There were meetings about police station funding and the new schools last night. I am very interested in the new station but since I wrote a letter about the high school it seemed fitting to attend the latter meeting.

The core size of the high school, at 3000, is treated as a done deal by the Facilities Planning Committee. Last night they were trying to decide on initial classroom capacity and it looks like they’ve landed on 2500. One member cautioned against “lopping off” classroom space as it would cramp the style of his wife the teacher, who knows ever so much more about educating our kids than we do so would we please just leave all this to the professionals.

Here’s what the professionals have in store for us:

  • “Infrastructure,” such as lighting, for a stadium that is supposed to be privately funded. High school principal Lindsey Hall made sure to clarify this as “just one idea brought up and discussed,” but I mean, really, look at their track record of saying “no” to any of these ideas.
  • Expanding the size of the indoor track. “Is the track big enough?” asked school board president Mike Verbic. “No!” was the emphatic response. They badly need to spend $2 million more to bring it up to par.
  • A library capacious enough to house a coffee shop.
  • Yours truly was paid a huge compliment when, at the end of the meeting, it became apparent that several FPC members had spent a whole day analyzing my letter so they could ambush me with it.

    Seriously, I must abandon normal expectations for this group because their behavior continually disappoints me. Assistant Superintendent Andrea Gorla came over to the peanut gallery before the meeting and warmly greeted the person on my left and then the person on my right. That would have been the time to say something like, “We are going to address the concerns brought up in your letter tonight,” but she didn’t. Alternatively, they could have amended the the agenda–come to think of it, they probably should have amended the agenda because this was an item in its own right. They were perhaps out of order. Can’t wait to see the meeting minutes.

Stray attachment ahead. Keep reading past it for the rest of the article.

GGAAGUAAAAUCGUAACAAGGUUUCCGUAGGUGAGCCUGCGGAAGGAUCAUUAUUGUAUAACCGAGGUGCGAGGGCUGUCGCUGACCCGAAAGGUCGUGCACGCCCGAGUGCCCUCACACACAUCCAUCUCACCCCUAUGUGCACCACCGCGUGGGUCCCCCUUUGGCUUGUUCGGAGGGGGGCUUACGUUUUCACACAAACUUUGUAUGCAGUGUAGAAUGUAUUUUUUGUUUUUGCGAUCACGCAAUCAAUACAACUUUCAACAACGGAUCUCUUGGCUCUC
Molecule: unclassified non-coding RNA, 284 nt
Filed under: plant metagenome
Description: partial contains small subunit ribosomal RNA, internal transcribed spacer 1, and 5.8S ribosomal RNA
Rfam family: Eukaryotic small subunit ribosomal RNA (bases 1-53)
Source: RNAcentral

Speaking of meeting minutes, school board member Fred Davis, who was given credit in the letter as one of the five who voted against a high school core for 3000, is listed in the 7/22 minutes thusly:

    Fred Davis No (Clarification needed)

    which make the minutes definitely out of order. Mr. Davis voted without reservation last month. The “clarification” last night was his backtracking along the lines of, “I didn’t mean it, guys.”

    But I digress.

    So anyway there I was, the nondescript woman in the corner who didn’t intend to expend energy on anything except to ask for a clarification about whether the school district actually paid money for the Cortland elementary site (they didn’t) when suddenly I hear Ms. Gorla saying something like, “…she says in paragraph 5 that…” and I’m like, “Holy cow, is she talking about my letter?” and I look around to see everyone’s eyes riveted on Ms. Gorla except for one of the architects, who is actually sneering at me.

    At first I wasn’t really inclined to respond, because my basic gripe with FPC is its inability to adapt to changing economic circumstances for the sake of little guys like me, which they will never understand in a million years. That’s why I wrote a letter to the editor instead of addressing FPC. Why waste my breath? But I did end up feeling compelled to touch on their out-of-touchness and my feeling of being under-represented as a taxpayer; and I also stated categorically that I stand by every word in the letter.

    There is something disorienting about suddenly finding oneself swimming in a sea of hostility so I’m sure I didn’t deliver my remarks with the usual flair. But I think I did OK under the circumstances, and next time I’ll do better, being nothing if not adaptable.

    Next month FPC will discuss Phase II.